By Brendan Boyle

Reuters 16 Oct. 2001

Cape Town -- South Africa's Medical Research Council challenged President Thabo Mbeki's stance on AIDS on Tuesday, saying the disease accounted for a third of all deaths in the country this year.

A report by the state-appointed council (MRC) contradicted Mbeki's statement in a BBC television interview in August that accidents and violence in South Africa killed more people than AIDS.

Mbeki has also stirred a storm of controversy, which some analysts cite as a factor in the plunge of the South African rand, by questioning the existence of AIDS and its link with the human immunodeficiency virus (HIV).

The MRC report, initially blocked by Mbeki's cabinet, said that without government intervention or a change in sexual behavior, HIV and AIDS would account for 66 percent of all deaths by 2010 and that the toll from the disease would have risen to between five and seven million.

"These numbers are the best that are available in South Africa,'' Rob Dorrington, director of actuarial research at the University of Cape Town, told a news conference.

The report, prepared by five respected scientists, estimated 195,000 people would die of AIDS in 2001, more than double the government's figure of 65,000 to 80,000 deaths from accidents and violence in 2000.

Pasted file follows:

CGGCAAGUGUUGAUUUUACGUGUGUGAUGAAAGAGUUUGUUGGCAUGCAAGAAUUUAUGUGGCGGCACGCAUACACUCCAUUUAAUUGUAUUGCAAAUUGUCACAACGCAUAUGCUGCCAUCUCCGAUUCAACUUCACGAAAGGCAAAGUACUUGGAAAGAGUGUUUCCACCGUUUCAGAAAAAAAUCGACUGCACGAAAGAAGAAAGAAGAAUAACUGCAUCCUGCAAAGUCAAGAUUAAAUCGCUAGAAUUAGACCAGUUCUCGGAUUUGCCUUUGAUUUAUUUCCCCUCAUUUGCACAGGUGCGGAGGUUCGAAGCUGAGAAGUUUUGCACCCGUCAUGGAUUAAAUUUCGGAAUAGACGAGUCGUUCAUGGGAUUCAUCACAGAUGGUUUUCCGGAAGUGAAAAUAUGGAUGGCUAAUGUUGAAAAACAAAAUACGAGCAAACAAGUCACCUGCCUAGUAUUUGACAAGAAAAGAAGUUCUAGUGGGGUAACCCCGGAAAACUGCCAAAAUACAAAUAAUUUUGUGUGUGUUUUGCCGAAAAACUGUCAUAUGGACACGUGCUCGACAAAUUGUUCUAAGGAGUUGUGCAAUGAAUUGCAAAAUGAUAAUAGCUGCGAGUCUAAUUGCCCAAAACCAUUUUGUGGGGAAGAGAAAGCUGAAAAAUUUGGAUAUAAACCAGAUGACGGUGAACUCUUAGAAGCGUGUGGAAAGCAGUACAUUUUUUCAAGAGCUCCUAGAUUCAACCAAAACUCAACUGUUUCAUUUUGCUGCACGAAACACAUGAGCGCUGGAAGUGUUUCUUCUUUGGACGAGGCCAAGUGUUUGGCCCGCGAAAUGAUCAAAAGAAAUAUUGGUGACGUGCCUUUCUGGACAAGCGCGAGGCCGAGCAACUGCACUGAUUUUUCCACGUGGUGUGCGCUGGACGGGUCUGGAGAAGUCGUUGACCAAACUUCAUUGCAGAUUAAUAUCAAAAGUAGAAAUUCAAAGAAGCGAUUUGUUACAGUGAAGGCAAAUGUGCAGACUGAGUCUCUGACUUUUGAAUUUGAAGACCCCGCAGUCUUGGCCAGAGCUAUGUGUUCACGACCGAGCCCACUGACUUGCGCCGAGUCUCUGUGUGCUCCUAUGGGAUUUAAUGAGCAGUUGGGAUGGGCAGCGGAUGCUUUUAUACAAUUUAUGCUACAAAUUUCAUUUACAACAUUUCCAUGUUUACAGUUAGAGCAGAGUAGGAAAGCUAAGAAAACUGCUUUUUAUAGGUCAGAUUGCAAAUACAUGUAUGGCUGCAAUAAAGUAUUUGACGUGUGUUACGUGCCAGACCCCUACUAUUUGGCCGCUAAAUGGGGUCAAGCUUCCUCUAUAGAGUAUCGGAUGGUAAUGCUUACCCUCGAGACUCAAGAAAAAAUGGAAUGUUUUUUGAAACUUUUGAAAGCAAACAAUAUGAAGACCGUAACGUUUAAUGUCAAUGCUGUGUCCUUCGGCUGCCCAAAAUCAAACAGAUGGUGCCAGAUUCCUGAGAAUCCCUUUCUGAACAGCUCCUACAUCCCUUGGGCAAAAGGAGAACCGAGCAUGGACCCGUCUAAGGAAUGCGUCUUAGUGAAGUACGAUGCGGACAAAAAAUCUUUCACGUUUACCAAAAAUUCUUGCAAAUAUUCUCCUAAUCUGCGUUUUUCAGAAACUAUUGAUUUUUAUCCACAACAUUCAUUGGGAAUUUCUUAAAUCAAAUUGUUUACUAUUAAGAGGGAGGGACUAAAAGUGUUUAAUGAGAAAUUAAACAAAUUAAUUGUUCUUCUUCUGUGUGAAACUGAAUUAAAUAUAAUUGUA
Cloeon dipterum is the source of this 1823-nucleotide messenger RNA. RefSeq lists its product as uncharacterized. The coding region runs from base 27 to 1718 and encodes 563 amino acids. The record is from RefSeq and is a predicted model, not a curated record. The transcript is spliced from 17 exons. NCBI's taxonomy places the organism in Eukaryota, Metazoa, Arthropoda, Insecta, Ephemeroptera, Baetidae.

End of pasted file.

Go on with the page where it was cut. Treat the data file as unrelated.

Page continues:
The report has been ready for several months and its main findings have been leaked to some local newspapers, but the cabinet decided initially not to release it, saying the findings had to be verified.

Responding to intense pressure and criticism from labor unions, clergy and health groups, the cabinet reversed its decision last week and said the MRC could release the report ''with the understanding that this is but one contribution to the continuing official process.''

The report said South Africa, which has more people with HIV and AIDS than any other country, faces a dismal decade of escalating deaths in a society unable to afford proper treatment for the disease.

The report sees average life expectancy falling from 54 years in 2001 to 41 in 2010, when it expects about 780,000 people to die of HIV/AIDS related causes.

"Preliminary modeling shows that even at this late stage in the epidemic, effective programs resulting in changed behavior among adolescents and adults would significantly reduce the prevalence of the disease,'' the MRC said.

Dorrington said after the briefing however that there was no evidence in the council's research that sexual behavior was changing.